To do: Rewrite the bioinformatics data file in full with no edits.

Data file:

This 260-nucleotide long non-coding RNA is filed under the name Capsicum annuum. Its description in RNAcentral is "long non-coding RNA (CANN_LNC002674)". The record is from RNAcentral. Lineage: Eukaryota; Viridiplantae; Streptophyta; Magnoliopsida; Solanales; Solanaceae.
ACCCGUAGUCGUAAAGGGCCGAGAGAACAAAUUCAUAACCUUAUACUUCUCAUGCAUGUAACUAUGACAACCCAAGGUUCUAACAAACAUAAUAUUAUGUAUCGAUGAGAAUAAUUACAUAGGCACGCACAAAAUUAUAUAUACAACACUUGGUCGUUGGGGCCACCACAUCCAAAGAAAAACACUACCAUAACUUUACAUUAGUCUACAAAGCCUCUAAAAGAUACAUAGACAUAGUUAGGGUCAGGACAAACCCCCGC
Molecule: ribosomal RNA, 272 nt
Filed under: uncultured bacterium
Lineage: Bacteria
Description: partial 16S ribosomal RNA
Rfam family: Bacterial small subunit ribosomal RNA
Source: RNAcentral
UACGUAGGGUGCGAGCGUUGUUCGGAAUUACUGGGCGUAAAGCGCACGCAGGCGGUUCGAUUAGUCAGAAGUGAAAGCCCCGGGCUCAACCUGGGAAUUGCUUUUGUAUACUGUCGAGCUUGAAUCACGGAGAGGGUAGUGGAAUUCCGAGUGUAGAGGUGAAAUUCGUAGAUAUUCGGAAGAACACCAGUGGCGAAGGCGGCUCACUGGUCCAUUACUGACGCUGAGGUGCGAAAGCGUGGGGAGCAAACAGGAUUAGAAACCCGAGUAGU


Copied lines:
This 260-nucleotide long non-coding RNA is filed under the name Capsicum annuum. Its description in RNAcentral is "long non-coding RNA (CANN_LNC002674)". The record is from RNAcentral. Lineage: Eukaryota; Viridiplantae; Streptophyta; Magnoliopsida; Solanales; Solanaceae.
ACCCGUAGUCGUAAAGGGCCGAGAGAACAAAUUCAUAACCUUAUACUUCUCAUGCAUGUAACUAUGACAACCCAAGGUUCUAACAAACAUAAUAUUAUGUAUCGAUGAGAAUAAUUACAUAGGCACGCACAAAAUUAUAUAUACAACACUUGGUCGUUGGGGCCACCACAUCCAAAGAAAAACACUACCAUAACUUUACAUUAGUCUACAAAGCCUCUAAAAGAUACAUAGACAUAGUUAGGGUCAGGACAAACCCCCGC
Molecule: ribosomal RNA, 272 nt
Filed under: uncultured bacterium
Lineage: Bacteria
Description: partial 16S ribosomal RNA
Rfam family: Bacterial small subunit ribosomal RNA
Source: RNAcentral
UACGUAGGGUGCGAGCGUUGUUCGGAAUUACUGGGCGUAAAGCGCACGCAGGCGGUUCGAUUAGUCAGAAGUGAAAGCCCCGGGCUCAACCUGGGAAUUGCUUUUGUAUACUGUCGAGCUUGAAUCACGGAGAGGGUAGUGGAAUUCCGAGUGUAGAGGUGAAAUUCGUAGAUAUUCGGAAGAACACCAGUGGCGAAGGCGGCUCACUGGUCCAUUACUGACGCUGAGGUGCGAAAGCGUGGGGAGCAAACAGGAUUAGAAACCCGAGUAGU